The West’s war on Russian culture continues
Finns quote EU sanctions in seizure of $46 million artworks
Finnish authorities on Wednesday at a press conference confirmed that Russian artworks on loan exhibits in the EU and Japan have been seized on their way back to the owners. The Tretyakov Gallery in Moscow and the St Petersburg Hermitage Museum. The exhibits includes paintings and sculpture valued at $46 million.
Finnish customs seized the art at the Vaalimaa Crossing on the Finnish-Russian border citing EU sanctions provisions.
“The shipments that have now come under criminal investigation were detected as part of our customary enforcement work,” Sami Rakshit, the director of enforcement at Finnish Customs, said. The Finnish foreign ministry will consult with the EU on the fate of the unspecified number of Russian paintings and sculpture impounded.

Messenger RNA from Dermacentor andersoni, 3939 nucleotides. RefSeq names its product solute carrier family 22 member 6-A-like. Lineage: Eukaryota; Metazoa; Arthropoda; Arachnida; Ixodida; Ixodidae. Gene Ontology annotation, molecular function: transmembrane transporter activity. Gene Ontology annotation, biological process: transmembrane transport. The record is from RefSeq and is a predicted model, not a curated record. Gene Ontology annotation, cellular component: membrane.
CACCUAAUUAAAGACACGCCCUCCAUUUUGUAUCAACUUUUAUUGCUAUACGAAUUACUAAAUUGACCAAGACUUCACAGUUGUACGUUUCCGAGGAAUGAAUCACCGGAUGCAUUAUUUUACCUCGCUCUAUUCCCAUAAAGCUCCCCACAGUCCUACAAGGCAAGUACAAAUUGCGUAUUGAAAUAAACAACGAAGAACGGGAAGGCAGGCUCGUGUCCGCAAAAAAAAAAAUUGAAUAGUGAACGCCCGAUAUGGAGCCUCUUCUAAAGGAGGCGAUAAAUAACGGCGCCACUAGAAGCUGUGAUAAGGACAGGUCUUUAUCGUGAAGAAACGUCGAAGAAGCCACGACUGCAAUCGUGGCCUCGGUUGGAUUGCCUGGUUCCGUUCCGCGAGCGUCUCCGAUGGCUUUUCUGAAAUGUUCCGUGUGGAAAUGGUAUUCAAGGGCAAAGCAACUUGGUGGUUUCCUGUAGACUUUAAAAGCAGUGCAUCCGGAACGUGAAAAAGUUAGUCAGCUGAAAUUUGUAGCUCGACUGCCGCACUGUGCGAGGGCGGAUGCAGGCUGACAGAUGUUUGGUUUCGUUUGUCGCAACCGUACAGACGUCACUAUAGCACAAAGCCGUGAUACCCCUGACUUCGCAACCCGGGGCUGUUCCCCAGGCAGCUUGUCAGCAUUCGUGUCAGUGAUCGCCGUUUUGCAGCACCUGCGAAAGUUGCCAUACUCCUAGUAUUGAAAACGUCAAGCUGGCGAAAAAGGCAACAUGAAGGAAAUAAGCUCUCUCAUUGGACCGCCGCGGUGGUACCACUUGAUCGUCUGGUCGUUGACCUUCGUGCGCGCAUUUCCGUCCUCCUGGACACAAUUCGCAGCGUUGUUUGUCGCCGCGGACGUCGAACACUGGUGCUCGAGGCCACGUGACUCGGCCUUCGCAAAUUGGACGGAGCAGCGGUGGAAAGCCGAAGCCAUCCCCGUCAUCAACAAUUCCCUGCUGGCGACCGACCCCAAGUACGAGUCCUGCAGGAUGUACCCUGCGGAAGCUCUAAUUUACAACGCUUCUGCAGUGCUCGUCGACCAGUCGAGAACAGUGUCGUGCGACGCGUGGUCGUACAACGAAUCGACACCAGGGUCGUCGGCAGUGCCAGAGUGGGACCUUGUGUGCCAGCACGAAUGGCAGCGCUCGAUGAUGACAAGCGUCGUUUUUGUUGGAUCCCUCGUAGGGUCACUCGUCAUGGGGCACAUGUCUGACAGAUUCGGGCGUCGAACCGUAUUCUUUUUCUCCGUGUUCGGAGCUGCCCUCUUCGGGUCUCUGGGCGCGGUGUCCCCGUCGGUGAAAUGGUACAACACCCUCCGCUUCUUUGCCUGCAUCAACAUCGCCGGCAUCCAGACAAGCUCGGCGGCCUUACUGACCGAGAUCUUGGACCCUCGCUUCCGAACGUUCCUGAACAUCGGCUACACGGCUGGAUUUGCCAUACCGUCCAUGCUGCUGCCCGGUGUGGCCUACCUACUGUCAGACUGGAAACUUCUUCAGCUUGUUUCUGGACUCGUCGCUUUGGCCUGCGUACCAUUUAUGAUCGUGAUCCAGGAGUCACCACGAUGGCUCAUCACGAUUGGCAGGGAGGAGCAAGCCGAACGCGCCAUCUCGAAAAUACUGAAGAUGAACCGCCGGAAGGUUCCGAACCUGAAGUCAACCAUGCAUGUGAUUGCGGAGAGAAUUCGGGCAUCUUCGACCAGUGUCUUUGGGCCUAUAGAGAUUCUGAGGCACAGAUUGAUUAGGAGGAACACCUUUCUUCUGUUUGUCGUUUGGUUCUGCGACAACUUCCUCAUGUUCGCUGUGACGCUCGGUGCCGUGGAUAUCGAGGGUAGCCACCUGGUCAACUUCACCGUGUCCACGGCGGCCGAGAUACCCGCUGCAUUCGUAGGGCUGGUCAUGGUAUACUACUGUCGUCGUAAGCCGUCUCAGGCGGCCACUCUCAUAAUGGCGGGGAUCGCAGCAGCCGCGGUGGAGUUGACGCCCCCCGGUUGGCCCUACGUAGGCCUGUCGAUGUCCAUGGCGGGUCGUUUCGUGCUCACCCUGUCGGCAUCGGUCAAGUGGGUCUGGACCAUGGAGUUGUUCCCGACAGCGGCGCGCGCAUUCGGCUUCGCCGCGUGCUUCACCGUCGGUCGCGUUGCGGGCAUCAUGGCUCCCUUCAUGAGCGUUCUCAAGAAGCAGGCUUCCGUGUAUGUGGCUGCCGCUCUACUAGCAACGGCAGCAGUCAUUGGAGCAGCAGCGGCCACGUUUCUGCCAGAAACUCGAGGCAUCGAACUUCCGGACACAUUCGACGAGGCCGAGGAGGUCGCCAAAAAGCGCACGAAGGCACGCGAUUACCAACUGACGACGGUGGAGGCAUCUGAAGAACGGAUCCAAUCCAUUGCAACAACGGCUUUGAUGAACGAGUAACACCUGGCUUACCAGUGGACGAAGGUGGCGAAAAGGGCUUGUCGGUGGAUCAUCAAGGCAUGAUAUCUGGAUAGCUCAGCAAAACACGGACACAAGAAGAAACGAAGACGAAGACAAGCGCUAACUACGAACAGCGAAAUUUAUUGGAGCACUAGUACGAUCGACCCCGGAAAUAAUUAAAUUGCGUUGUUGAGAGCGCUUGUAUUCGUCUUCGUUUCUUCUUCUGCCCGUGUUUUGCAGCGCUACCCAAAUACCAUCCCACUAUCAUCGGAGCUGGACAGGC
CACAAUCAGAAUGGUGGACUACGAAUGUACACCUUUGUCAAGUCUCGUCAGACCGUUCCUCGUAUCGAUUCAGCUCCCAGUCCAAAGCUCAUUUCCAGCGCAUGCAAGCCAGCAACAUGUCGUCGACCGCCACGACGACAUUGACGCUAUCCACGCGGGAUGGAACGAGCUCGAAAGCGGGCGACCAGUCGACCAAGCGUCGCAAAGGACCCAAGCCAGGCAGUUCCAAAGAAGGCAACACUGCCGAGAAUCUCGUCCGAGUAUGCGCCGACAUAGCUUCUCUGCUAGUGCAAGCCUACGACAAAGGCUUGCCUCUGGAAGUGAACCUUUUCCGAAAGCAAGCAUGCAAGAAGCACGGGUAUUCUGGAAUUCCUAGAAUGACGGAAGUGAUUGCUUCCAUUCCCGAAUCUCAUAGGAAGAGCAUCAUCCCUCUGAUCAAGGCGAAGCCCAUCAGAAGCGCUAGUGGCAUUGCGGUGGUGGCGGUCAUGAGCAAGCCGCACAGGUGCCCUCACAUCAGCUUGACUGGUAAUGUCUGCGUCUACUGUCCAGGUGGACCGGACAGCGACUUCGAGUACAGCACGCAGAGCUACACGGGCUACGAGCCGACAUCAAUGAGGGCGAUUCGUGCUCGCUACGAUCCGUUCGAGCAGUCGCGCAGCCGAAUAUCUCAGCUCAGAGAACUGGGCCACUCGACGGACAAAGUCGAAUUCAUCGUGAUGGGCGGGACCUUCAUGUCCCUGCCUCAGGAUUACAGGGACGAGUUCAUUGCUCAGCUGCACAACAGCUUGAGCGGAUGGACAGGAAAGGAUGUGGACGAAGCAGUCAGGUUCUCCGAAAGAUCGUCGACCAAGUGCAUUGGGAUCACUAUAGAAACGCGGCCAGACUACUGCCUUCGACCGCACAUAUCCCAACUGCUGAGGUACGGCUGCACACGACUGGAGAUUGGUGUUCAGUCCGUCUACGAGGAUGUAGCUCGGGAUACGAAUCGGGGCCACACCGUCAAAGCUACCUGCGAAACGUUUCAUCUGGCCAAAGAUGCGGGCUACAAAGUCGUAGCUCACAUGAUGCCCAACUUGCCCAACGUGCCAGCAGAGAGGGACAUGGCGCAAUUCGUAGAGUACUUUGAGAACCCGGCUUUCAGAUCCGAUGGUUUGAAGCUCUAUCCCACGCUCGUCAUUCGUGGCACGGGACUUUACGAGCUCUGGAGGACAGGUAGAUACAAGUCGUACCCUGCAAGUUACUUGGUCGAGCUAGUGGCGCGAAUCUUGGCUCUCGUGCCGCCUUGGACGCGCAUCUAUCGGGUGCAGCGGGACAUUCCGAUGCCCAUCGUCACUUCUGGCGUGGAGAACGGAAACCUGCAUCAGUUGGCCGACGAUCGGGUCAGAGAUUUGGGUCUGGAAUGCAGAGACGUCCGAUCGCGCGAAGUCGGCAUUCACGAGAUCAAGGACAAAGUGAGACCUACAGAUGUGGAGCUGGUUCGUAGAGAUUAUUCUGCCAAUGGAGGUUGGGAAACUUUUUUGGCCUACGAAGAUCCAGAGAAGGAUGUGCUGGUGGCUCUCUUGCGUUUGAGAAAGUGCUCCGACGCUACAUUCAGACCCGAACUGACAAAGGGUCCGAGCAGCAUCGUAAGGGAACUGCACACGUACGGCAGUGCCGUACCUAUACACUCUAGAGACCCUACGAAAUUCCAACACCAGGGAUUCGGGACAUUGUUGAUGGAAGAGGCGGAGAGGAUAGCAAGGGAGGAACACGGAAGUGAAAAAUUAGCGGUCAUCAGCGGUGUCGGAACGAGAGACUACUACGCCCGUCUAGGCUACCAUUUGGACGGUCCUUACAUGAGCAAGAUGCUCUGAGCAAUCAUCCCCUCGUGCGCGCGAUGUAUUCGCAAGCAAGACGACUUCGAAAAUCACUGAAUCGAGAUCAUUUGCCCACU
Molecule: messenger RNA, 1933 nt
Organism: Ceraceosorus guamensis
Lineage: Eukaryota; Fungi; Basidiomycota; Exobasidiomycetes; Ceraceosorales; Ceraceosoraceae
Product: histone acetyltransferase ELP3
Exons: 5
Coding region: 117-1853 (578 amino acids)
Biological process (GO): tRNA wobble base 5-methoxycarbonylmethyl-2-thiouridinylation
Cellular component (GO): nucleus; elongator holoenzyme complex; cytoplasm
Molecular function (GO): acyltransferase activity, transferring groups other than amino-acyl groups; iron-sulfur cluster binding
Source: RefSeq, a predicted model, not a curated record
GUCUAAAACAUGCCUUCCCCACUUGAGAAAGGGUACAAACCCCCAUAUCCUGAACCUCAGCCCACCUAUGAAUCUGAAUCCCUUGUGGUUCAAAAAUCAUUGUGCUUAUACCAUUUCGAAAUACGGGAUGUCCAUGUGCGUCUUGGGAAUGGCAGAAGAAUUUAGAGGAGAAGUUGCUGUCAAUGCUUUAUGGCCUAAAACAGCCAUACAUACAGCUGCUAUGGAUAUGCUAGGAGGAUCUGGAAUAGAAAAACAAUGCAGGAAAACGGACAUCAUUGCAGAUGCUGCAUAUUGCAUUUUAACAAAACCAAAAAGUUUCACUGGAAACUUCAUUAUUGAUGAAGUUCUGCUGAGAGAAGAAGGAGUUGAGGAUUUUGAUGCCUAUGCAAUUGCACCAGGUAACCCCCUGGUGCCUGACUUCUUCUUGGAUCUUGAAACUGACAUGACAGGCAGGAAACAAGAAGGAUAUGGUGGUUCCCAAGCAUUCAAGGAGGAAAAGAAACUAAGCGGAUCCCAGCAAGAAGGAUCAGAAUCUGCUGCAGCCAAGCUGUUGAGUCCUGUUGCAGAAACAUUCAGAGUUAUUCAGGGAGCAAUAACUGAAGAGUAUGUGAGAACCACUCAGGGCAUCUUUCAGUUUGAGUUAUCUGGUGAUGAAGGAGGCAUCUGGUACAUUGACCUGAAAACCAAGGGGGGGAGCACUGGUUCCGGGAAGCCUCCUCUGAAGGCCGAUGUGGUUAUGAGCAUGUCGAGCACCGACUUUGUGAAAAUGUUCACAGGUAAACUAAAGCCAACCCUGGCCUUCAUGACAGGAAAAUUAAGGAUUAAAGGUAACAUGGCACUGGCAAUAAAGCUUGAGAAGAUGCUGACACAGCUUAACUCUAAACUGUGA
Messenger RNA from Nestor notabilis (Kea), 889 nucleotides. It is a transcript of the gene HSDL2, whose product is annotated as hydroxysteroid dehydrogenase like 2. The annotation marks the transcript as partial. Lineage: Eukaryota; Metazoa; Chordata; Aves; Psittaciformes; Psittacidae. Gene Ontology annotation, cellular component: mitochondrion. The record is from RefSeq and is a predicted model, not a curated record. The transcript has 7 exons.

Mikhail Shvidkoy, the special envoy of the Kremlin for international cultural co-operation, told journalists. “We are doing everything to ensure that these works are returned to Russia, blaming the complicated geo-political situation for the seizure. “But I hope that all things that were taken abroad will return to the Russian Federation in due time.”
Since the start of the Russian special operation in Ukraine, Russia has been banned from sporting and cultural events. The latest being the change of the title of a 1890 expressionist painting by Edgar Degas titled “Russian Dancers” to “Ukrainian Dancers” by the British National Gallery.
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